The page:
There’s more to urban exploration than hidden alleys and abandoned buildings. Dive behind-the-scenes with these six daring photographers as they seek out and shoot the secret corners of major cities.
“Urbex” is an abbreviation of “urban exploration,” the practice of exploring the undiscovered areas o f metropolises around the world. Within the urbex community, there are several niches. There are those who seek out abandoned houses and industrial structures, those who prefer systems of underground tunnels, and those who climb rooftops for an unexpected city view. They are all united by a shared passion for the unknown, and they almost always bring their cameras. To give you a sense of the scope of this particular trend, Instagram hosts over five million photographs tagged #urbex.
While viewers recognize urban explorers for their daring feats, this kind of photography is about more than the adrenaline rush. Great urbex photography carries a message about our history and its preservation. When others turn their lenses to the “next big thing,” a few courageous individuals seek out the forgotten, the invisible, the derelict, or the overlooked. Without some of these artists, records of certain areas simply wouldn’t exist. In that sense, urbex is a kind of visual love letter to our cities and a reminder of our past.
For that reason, we asked six urbex photographers of all sorts to give us a behind-the-scenes look at some of their adventures. Time and again, they stressed the importance of safety, and they also explained the rules associated with the urbex community. If we are to preserve these places, we must respect them, so throughout this article, you’ll also find variations on the popular urbex saying, “Take nothing but photographs; leave nothing but footprints.” So, read on to learn more.
1. “I like adventure, but I always stay within certain limits.”
Image by Cristian Lipovan. Gear: Canon 5D Mark III camera, Canon 16-35mm f/2.8 lens. Settings: Focal length 16mm; f10; ISO 100 (this frame is made of 5 exposures: -6, -3, 0, +3, +6).
What’s the story behind this photo?
This photo is one of my favorites. The first time I found this place on the Internet, I knew I wanted to explore it. I made a big effort to get there, and I had great expectations. This is a mansion on the outskirts of Paris in a wealthy neighborhood. Getting inside was an adventure. I had to climb a two-meter wall, walk through the yard to the building, and then climb the facade to the balcony, where I managed to get inside.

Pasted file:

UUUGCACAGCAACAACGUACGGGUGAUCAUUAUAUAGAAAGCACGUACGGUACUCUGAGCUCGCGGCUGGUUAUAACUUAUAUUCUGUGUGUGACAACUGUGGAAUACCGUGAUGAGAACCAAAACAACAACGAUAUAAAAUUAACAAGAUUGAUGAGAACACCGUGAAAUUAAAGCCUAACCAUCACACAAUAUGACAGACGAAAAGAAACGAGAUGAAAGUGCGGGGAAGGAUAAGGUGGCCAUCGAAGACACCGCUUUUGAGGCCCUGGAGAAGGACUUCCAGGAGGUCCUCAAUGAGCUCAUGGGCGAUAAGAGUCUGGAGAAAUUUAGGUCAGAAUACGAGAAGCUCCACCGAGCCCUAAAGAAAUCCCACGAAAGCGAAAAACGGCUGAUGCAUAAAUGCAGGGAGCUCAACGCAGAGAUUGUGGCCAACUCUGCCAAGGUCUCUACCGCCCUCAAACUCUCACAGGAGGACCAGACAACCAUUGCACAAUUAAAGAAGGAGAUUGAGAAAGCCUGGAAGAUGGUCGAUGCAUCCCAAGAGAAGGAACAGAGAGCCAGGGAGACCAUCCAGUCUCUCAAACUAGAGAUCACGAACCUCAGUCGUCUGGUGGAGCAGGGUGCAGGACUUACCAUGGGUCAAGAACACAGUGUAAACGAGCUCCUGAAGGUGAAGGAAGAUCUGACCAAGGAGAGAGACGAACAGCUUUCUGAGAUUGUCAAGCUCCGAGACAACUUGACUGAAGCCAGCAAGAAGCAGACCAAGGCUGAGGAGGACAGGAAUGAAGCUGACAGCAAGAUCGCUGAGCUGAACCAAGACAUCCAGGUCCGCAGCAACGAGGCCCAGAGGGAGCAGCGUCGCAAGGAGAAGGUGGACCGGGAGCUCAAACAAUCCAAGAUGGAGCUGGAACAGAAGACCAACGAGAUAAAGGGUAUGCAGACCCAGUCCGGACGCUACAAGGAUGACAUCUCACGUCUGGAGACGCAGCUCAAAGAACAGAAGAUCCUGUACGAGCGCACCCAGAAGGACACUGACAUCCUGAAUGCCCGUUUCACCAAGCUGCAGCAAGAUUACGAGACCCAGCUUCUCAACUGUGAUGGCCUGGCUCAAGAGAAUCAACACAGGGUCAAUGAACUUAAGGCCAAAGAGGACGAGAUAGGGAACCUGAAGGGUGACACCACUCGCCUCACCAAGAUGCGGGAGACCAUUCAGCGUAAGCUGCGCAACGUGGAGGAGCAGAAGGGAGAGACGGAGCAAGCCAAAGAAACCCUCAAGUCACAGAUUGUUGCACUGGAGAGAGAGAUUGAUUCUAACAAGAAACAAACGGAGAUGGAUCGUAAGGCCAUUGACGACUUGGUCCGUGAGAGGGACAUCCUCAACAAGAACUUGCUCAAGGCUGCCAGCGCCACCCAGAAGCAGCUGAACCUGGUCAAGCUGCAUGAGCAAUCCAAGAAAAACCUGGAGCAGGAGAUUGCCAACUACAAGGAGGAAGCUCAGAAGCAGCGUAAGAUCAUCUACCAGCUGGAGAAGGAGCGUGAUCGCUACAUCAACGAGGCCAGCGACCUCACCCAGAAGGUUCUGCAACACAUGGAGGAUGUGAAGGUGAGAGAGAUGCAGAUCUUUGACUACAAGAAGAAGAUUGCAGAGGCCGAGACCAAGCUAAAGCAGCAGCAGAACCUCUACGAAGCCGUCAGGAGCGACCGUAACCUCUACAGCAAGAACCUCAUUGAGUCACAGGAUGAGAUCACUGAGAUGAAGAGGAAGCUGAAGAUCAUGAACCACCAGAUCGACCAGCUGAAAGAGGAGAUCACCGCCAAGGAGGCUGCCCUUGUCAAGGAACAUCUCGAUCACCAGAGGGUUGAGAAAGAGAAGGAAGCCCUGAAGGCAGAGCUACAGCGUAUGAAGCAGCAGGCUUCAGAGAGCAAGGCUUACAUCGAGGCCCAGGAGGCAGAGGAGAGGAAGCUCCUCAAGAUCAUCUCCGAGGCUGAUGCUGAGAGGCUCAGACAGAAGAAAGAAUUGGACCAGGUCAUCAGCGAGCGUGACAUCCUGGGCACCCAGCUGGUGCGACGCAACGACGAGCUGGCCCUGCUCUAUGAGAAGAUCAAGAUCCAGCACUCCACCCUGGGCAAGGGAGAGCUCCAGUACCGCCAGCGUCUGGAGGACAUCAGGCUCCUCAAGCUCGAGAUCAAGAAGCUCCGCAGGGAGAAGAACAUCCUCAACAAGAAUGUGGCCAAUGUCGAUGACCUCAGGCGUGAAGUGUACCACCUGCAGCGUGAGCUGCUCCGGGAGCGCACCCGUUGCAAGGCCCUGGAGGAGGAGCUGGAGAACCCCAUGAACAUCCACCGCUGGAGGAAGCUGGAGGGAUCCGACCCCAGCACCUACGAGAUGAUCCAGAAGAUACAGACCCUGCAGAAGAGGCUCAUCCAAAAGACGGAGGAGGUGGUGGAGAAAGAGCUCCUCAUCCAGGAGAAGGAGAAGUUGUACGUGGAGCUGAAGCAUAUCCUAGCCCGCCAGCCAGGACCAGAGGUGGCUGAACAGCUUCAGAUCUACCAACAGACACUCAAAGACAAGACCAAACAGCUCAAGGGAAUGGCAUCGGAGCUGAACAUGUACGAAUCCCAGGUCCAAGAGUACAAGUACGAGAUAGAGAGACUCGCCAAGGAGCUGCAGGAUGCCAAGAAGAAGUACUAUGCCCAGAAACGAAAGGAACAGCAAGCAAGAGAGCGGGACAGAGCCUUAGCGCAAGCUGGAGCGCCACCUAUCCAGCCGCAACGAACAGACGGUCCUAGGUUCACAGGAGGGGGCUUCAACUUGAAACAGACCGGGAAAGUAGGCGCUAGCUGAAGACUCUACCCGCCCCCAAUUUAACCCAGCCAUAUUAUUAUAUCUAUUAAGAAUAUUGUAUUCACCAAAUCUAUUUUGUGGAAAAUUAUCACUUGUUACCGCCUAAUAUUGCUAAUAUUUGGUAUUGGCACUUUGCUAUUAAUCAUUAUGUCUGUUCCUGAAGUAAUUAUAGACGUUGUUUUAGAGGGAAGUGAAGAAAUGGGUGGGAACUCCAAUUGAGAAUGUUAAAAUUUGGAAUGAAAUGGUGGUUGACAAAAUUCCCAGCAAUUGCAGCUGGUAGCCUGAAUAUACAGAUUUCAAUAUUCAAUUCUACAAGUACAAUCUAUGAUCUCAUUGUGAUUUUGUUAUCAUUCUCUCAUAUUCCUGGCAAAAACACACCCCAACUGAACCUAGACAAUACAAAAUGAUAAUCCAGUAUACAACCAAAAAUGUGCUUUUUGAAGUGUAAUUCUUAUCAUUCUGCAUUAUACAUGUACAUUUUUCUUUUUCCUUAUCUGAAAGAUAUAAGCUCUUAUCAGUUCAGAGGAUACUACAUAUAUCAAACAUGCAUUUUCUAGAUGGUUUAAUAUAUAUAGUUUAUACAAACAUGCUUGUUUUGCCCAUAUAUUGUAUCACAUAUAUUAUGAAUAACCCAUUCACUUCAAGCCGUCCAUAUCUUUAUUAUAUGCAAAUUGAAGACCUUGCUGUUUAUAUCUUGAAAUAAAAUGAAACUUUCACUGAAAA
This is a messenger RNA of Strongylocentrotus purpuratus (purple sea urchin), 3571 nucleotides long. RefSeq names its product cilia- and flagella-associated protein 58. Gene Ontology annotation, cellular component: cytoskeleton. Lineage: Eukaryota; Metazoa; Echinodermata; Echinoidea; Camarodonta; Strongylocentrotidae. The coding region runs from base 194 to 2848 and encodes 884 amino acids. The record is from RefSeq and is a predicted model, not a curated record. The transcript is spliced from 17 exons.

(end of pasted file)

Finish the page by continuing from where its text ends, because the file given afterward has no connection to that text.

Image by Cristian Lipovan.
I find locations from my travels and explorations all over the world, and I also find some during my many hours on the Internet, where I look for all sorts of clues and information. Additionally, I have a few virtual friends, and we share locations with one another because we trust each other not to destroy or take anything from those locations.
In most places, I can get in without asking for someone else’s approval, but it’s very important to remember the saying, “Leave nothing but footprints, take nothing but photos!” I always respect this rule, without exception.
Be appropriately equipped, and always be careful when shooting in places that are in serious degradation because most are in the process of collapsing. Many of the places I photograph are pretty risky, so I’m very careful about where I’m going. I like adventure, but I always stay within certain limits.
2. “Make sure you know exactly where you’re going and how safe the location is.”
Image by Benjamin Beech. Gear: Canon 5D Mark III camera, 28mm lens. Settings: Exposure 1/90 sec; f8; ISO 400.
What’s the story behind this photo?
I am interested in abandoned places, or haikyo in Japanese (I live in Japan). It has been my hobby to explore and photograph abandoned places for the past five years, mainly in Japan but occasionally in other countries too.
This is an abandoned Iron Smelting Factory in rural Japan. It was first built in the 1880s, and it was used for over a hundred years before finally closing its doors in the year 2000. It has sat abandoned and unused ever since. I visited this place two years ago on a cold, wet late-autumn day as a storm was moving into the region.
The imminent storm with the moody skies overhead and the deep red autumnal colors created an amazing atmosphere, which made for some great photographing. Inside the building were rooms of belongings and work offices untouched for almost two decades. This has to be one of my favorite explorations to date.